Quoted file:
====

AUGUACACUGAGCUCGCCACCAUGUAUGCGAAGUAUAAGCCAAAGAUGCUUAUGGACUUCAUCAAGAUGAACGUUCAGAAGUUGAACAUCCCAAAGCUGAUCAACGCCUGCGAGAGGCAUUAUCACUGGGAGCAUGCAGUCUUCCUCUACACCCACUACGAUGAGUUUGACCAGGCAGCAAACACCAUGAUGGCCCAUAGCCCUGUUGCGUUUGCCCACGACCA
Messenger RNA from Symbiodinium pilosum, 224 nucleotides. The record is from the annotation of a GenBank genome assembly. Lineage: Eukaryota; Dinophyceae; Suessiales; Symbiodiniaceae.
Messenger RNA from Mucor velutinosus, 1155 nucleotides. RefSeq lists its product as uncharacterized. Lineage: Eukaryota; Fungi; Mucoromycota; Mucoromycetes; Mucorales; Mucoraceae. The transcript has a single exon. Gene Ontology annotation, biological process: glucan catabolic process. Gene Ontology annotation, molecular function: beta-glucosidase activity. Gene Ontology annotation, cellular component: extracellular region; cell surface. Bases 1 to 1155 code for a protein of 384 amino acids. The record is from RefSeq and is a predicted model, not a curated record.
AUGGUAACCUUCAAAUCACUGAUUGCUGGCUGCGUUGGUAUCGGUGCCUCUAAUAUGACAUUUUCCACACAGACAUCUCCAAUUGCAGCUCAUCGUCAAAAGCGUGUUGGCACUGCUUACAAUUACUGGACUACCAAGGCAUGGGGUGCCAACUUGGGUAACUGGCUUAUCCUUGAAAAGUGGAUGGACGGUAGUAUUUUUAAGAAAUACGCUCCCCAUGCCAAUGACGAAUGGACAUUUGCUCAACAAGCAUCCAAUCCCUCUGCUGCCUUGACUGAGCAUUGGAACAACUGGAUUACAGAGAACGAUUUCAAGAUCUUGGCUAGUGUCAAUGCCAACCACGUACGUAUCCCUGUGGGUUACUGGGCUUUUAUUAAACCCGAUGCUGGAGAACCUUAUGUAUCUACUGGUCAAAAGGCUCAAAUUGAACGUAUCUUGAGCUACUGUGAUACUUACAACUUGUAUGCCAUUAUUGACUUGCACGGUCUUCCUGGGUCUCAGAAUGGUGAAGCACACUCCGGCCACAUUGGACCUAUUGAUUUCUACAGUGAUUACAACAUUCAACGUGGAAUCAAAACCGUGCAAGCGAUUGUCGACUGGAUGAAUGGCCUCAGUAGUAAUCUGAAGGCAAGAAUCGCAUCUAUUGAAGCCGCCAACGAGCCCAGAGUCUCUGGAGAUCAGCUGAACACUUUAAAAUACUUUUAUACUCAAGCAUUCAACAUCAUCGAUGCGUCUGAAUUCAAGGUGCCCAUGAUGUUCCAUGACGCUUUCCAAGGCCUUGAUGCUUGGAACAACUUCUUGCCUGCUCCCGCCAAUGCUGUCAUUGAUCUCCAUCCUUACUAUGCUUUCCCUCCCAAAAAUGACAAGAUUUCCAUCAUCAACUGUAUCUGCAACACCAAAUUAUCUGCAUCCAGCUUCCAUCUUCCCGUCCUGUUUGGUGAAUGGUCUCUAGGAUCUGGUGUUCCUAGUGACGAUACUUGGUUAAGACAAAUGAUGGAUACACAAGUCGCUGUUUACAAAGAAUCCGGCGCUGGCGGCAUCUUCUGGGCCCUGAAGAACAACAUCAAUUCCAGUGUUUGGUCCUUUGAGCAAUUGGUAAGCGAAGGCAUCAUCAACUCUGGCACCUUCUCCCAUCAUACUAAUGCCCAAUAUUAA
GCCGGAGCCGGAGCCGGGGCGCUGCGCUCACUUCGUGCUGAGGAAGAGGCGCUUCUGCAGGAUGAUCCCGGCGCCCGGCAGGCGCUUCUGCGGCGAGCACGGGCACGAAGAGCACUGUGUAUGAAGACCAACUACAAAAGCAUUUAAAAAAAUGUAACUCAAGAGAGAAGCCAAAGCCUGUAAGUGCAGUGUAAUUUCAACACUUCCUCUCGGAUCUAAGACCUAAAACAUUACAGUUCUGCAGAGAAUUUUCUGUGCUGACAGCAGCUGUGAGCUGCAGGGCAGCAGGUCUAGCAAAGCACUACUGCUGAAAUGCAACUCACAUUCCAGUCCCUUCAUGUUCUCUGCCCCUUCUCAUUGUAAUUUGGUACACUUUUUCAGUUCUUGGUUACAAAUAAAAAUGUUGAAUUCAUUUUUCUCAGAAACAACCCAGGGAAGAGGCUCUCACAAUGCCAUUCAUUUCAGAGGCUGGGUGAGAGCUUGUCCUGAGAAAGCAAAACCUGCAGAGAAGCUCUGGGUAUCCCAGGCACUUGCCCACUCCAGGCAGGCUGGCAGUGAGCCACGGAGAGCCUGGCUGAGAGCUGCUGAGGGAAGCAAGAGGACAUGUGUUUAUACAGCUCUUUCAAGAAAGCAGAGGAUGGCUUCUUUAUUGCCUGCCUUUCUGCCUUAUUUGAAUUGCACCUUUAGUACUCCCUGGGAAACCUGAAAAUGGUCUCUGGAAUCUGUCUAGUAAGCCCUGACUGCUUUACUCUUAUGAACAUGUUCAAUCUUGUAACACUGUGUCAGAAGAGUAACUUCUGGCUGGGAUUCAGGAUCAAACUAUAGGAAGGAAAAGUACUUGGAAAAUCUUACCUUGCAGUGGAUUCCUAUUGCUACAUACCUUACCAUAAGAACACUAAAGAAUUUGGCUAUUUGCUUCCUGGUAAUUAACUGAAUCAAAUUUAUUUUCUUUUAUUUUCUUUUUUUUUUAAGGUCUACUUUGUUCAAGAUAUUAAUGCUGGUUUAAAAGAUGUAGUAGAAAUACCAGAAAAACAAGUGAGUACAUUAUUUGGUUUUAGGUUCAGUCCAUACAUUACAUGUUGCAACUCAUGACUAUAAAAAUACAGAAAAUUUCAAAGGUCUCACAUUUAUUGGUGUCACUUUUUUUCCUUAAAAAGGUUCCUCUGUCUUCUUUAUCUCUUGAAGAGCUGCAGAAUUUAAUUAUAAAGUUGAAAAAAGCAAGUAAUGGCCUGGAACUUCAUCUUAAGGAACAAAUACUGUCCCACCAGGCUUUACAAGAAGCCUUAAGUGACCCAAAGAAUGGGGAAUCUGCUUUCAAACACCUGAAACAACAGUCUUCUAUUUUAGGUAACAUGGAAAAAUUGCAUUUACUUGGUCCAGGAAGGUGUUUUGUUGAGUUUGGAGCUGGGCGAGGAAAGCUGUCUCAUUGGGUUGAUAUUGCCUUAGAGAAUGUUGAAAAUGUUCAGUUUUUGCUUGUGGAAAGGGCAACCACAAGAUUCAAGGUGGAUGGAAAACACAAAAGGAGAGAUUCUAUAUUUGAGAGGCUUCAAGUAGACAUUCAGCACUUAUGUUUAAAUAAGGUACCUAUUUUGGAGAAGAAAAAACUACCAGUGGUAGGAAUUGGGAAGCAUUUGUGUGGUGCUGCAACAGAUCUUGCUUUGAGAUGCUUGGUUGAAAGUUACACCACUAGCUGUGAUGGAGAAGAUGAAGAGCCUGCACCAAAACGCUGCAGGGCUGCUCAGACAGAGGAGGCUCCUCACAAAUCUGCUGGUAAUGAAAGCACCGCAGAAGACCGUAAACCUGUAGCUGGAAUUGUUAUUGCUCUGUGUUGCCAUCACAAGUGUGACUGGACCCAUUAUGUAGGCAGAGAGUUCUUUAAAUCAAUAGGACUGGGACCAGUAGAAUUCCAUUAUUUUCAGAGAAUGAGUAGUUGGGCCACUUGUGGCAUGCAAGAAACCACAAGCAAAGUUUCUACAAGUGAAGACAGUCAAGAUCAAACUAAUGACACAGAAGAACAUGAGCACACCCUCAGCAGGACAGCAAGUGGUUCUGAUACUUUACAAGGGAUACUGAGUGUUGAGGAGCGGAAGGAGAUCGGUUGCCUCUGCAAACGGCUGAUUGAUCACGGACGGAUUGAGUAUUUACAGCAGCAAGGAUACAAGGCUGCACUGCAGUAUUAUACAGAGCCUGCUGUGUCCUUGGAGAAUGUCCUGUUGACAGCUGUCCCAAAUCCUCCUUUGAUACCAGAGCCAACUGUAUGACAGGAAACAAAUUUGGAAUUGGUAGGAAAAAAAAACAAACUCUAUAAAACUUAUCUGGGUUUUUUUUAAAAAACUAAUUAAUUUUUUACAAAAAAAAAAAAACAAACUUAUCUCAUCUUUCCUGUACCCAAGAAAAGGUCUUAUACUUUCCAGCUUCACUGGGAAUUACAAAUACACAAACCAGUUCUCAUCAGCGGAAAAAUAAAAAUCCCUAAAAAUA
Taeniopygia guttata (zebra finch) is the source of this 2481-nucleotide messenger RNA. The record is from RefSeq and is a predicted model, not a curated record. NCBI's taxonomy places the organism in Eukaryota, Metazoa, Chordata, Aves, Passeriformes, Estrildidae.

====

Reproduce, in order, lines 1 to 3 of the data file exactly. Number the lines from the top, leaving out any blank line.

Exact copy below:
AUGUACACUGAGCUCGCCACCAUGUAUGCGAAGUAUAAGCCAAAGAUGCUUAUGGACUUCAUCAAGAUGAACGUUCAGAAGUUGAACAUCCCAAAGCUGAUCAACGCCUGCGAGAGGCAUUAUCACUGGGAGCAUGCAGUCUUCCUCUACACCCACUACGAUGAGUUUGACCAGGCAGCAAACACCAUGAUGGCCCAUAGCCCUGUUGCGUUUGCCCACGACCA
Messenger RNA from Symbiodinium pilosum, 224 nucleotides. The record is from the annotation of a GenBank genome assembly. Lineage: Eukaryota; Dinophyceae; Suessiales; Symbiodiniaceae.
Messenger RNA from Mucor velutinosus, 1155 nucleotides. RefSeq lists its product as uncharacterized. Lineage: Eukaryota; Fungi; Mucoromycota; Mucoromycetes; Mucorales; Mucoraceae. The transcript has a single exon. Gene Ontology annotation, biological process: glucan catabolic process. Gene Ontology annotation, molecular function: beta-glucosidase activity. Gene Ontology annotation, cellular component: extracellular region; cell surface. Bases 1 to 1155 code for a protein of 384 amino acids. The record is from RefSeq and is a predicted model, not a curated record.